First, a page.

Sometimes I get the feeling that the people who run professional sports believe the whole world is really dumb.
Not to pick on our suffering locals, but have you seen the Washington Capitals' advertisement for a "pennypincher" plan?
The Caps have this stupendous, terrific, all-around wonderful plan to sell us a 10-game package of tickets.
"For Sprots Fans Who Know the Value of a Dollar, the Puck Stops Here," the ad says.
Wow. A way to save money. Let's read on.
The first plan, "The $110 Pennypincher," gets you 10 game tickets at $9.50 a seat, plus 50 cents off the cost of parking for each game.
I wondered how big a deal that was for the sports fans who not only know the value of a dollar but know that the Caps, at 7-18-4, have the third-worst record in hockey.
Well, it's no deal at all.
The $9.50 ticket price is the same you'd pay even if you didn't join the Pennypincher Plan.
What the Caps are doing is saving you $5 of the $20 you'd normally pay for the privilege of parking somewhere in the wilds of Maryland, perhaps, if you get there early, within sight of Capital Centre.
There is one other saving. The Caps will give you half-price coupons for two of the 10 games, thereby saving you maybe another $9.50.
So, by signing up for the Pennypincher Plan and forking over $110, you save $14.50 at the most.
Seems to me the numbers ought to be reversed.
But then, a lot of things in pro sports today seem backwards.
Such as the playoff systems.
How dumb do they think we are, anyway?
More than half-34 of 67-of the teams in the National Football League, National Hockey League and National Basketball Association will qualify for the leagues' playoffs this season.
Of 28 NFL teams, 10 will be in this month's playoffs. That is up two from a year ago.
Once upon a time, before Dandy Don was regarded as Will Rogers with his bell rung, a football championship was a test of sport. Now it is a test of TV ratings.
Certainly, the best teams still win.
That is not the argument here. I'm steamed, being an old-fashioned dud, that the quality of sport is diluted.It is nonsense to pretend that a Washington-Atlanta rematch in a first-round playoff game is a necessary prelude to the Super Bowl.
Would Jascha Heifetz, before a violin concert, allow Minnie Pearl to run a tune on her washboard?
He would if Pete Rozelle were the commissioner of music.
The NFL playoffs are Rozelle's con game. By selling the Super Bowl so well, the NFL has created in each league city a mad desire to play in The Ultimate Game. So Rozelle and the TV folks, working in cahoots, then capitalized on th e Super Bowl madness by creating a playoff system taht keeps virtually every team in the running until the last two weeks of the season.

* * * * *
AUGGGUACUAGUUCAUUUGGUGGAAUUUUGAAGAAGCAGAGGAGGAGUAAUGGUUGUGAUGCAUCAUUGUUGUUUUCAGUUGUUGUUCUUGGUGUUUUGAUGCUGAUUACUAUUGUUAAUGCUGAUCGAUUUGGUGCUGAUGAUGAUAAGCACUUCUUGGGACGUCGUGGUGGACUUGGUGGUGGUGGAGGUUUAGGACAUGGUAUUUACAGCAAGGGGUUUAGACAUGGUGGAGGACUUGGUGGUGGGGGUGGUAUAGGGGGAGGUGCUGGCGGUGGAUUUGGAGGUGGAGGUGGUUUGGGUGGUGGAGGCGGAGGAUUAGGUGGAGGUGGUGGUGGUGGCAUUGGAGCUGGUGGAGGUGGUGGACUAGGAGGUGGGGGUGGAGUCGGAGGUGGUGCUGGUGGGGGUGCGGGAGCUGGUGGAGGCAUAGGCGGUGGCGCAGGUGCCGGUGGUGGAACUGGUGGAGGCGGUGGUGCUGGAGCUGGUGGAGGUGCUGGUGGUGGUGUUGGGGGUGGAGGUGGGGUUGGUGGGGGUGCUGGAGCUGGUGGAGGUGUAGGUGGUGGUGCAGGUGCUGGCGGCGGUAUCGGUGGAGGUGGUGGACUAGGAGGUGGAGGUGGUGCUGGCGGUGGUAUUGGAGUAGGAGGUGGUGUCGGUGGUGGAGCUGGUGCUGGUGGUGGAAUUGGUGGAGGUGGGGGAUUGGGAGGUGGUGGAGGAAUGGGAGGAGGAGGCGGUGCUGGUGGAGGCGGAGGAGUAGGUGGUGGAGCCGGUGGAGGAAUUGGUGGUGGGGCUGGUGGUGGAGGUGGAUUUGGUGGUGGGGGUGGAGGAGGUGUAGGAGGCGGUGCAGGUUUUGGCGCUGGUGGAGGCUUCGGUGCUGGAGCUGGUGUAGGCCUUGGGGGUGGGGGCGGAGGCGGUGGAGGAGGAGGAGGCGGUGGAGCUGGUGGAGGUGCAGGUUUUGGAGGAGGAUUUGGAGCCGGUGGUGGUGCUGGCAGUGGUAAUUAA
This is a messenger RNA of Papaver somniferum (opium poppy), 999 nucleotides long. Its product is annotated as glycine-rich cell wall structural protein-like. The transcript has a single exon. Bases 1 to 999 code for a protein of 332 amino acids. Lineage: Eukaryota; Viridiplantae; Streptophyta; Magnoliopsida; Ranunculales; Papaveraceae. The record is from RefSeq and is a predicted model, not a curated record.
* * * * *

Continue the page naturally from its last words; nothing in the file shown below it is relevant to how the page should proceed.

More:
Only, those teams really aren't in the running to win the Super Bowl. They are in the running to make the first round of the playoffs. But somehow the NFL convinced the television audiences that making the playoffs is a big deal.
The next step, of course, was to get more teams into the playoffs. The "widl card" was invented, allowing a divison's second-place team to get into the playoffs. This year, another wild-card team was added, making it possible for a third-place team to stay alive.
Of 17 National Hockey League teams, 12 will make the playoffs. Last season two teams that lost more games than they won still qualified for the Stanley Cup playoffs.
In the NBA, 12 of the 22 teams go into the playoffs. Two teams finished fourth in their respective divisions and still made it.
Only baseball has treated its customers with any respect.
Though it did create a league championship series in both the National and American leagues, the participants yet were champions of their divisions.
That may change soon. Because the TV people want it, baseball is considering changing each league to three divisons. The three champions plus a wild-card team (how it hurts to type that) would go through two rounds of playoffs to qualify for the World Series.
The quality of sport will suffer. With a wild-card rule in effect last season, the classic Boston-New York series at season's end would have meant nothing. Both would have been in the playoffs already.
But what's the quality of sport when there is TV money to be had? If the hockey fans are silly enough to go for a pennypincher plan that saves them only 50 cents on a $25 ngiht (two tickets, eats, drinks), then the TV PEOPEL MUST THINK WE'RE ALL READY TO BE CONNED FOREVER.
I SAY ONLY THIS:
AS A ST. LOUIS CARDINAL BASEBALL BATTIE, I EAGERLY AWAIT THE DAY THE NATIONAL LEAGUE BREAKS DOWN INTO 12 ONE-TEAM DIVISIONS.
MAYBE WE'LL HAVE A CHANCE THEN.